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Clinicopathological study of oral cancers

Author: 
Dr. Deepak Kotwal, Dr. Divya Gupta, Dr. Preeti Dhingra and Dr. Manish Sharm
Subject Area: 
Health Sciences
Abstract:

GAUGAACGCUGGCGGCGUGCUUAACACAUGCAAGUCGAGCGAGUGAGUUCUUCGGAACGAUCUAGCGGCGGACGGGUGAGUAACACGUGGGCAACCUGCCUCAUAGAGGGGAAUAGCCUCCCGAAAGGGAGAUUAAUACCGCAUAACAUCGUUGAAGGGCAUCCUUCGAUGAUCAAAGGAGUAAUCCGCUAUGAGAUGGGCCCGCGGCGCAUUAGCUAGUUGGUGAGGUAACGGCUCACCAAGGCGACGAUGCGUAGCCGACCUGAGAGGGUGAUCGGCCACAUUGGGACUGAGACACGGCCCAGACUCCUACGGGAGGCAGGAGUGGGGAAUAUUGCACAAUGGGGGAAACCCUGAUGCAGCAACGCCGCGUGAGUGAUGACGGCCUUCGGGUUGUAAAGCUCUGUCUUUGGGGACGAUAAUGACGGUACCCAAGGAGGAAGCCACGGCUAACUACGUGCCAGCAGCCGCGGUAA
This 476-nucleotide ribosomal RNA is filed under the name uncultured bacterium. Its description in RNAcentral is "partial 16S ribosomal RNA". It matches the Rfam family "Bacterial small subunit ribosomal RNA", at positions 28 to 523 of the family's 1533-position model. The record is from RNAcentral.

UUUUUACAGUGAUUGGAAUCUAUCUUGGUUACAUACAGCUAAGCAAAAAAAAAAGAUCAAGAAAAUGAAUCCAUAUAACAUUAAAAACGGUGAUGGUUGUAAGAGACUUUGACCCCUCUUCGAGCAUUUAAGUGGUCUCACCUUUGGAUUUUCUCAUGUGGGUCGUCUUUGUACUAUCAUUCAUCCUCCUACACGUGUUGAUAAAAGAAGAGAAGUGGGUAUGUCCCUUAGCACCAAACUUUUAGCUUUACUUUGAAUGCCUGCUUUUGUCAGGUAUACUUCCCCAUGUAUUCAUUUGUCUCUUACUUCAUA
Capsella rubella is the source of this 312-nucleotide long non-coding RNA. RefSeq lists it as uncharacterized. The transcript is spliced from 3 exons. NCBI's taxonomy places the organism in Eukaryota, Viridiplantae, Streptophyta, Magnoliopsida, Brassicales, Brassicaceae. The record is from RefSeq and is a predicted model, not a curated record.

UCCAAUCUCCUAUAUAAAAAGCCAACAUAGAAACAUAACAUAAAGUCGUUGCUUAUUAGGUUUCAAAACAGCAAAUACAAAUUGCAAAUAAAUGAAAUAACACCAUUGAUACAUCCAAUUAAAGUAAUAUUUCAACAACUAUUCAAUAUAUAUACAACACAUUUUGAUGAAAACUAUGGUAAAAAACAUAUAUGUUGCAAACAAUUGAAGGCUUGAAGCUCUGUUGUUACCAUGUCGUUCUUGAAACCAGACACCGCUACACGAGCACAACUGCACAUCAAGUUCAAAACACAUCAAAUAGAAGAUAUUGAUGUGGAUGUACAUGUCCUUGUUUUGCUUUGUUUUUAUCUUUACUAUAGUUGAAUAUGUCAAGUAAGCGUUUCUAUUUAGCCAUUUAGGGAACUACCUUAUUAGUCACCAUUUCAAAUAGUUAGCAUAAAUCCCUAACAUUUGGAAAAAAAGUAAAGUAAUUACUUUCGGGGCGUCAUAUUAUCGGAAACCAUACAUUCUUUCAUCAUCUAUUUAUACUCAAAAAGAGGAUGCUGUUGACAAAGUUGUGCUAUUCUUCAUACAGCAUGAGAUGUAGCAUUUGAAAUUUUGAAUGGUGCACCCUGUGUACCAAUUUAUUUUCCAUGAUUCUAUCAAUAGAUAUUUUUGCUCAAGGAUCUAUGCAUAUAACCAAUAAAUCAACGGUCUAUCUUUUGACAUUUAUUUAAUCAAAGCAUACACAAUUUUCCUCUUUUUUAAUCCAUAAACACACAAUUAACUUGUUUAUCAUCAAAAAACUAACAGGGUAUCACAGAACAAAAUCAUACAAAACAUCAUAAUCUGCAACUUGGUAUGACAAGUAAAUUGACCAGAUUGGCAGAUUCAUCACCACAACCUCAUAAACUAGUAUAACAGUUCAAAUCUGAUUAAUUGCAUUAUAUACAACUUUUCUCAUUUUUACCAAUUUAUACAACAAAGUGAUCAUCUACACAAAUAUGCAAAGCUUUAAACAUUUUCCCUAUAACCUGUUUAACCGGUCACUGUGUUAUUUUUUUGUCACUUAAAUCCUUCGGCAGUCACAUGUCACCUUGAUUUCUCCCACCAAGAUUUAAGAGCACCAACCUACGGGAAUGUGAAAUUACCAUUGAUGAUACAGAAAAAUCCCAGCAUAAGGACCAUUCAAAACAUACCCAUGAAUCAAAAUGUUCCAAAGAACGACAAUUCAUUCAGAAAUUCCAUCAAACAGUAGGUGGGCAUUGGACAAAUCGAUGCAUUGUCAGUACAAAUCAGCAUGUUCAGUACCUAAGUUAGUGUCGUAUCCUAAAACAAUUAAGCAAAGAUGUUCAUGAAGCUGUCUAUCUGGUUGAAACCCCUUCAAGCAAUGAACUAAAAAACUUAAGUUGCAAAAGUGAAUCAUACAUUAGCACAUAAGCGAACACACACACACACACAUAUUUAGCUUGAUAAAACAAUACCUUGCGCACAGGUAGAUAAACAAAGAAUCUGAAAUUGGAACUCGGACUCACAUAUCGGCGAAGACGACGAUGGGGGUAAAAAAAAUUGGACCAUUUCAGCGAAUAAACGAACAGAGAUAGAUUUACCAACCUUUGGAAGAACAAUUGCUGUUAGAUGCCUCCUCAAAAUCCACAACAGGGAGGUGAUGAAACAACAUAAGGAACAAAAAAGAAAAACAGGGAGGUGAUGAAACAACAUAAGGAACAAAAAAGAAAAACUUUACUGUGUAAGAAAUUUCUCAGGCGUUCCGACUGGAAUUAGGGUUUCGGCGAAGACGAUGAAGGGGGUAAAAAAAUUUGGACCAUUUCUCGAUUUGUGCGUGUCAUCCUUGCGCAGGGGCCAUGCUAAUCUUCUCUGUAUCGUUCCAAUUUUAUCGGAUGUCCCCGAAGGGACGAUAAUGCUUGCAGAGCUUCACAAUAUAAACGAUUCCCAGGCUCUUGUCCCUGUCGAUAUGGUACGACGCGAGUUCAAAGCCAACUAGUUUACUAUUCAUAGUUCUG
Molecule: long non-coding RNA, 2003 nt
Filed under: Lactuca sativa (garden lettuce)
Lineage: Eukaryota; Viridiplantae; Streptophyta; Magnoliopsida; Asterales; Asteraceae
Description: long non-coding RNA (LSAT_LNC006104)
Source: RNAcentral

Introduction: Oral cancer is the sixth most common cancer in the world and ranks number one (12 % of all cancers) among men and number three (8% of all cancers) among women in Indi. The most common oral cancer is squamous cell carcinoma. Tobacco and alcohol are the most important risk factors associated with oral cancer. Diagnosis of oral squamous cell carcinoma is confirmed with a biopsy for histopathological examination. Aims & Objectives: To find out the topographical distribution, incidence of lymph node metastasis, type of malignancy and dietary habits of patients of oral cancers and associated predisposing factors. Material & Methods: The present study was conducted for a period of one year. Out of the patients attending/admitted in the Department of E.N.T, with suspected oral lesions, thirty histologically proved cases of oral cancer were taken for the study. After history and examination, all the patients were subjected to complete routine investigations. Biopsy (punch or excision biopsy) was taken from all the 30 patients for histopathological confirmation of diagnosis and for categorizing the type of malignancy. Results: Majority of patients (50%) were in the age group of 51-60 years with mean age of 53 ± 7. Majority of patients (93%) were males with male: female ratio of 14:1 with most common site involved being lateral border of tongue (36.6%) followed by buccal mucosa (30%). Out of the 30 patients, only 10 had palpable lymph nodes. 6 patients had N1 disease, 1 patient had N2a disease, 2 patients had N2b disease and 1 patient had N2c disease. There were no patients who had lymph node more than 6cm i.e. N3. Most common risk factor in the present study was tobacco use whether alone or in combination with alcohol i.e in twenty four (80%) cases. 80% patients in the present study were tobacco users. Majority of males (73%) had a history of tobacco consumption, where as tobacco use in females was low (6%). Among tobacco users, 70% patients were tobacco chewers and 12.5% were tobacco smokers. Majority of patients (66%) consumed fruits occasionally. The majority of patients (53%) consumed green leafy vegetables occasionally. The majority of patients (83%) were non vegetarian whereas only (16%) were vegetarians. In the present study most common clinical complaint was ulceration followed by swelling. Squamous cell carcinoma was the most common histological type found in 93% of patients in the present study. Conclusion: There is high male predominance (14:1) since in our state tobacco intake, which is most potent risk factor, is predominantly seen in males and also because of male labour migration to our state. Tobacco intake for more than five years is commonest of all risk factors. Chewing of tobacco was more prevalent risk factor (70%) as compared to smoking. Buccal mucosa is next common site (30%) as it is affected more by chronic irritation caused by tobacco and alcohol. Majority of our cases were non vegetarian, though the exact reason for this is not fully established. Regular use of fruits and green leafy vegetables is found to decrease the risk of oral cancer, may be because of more minerals and antioxidants properties in them.

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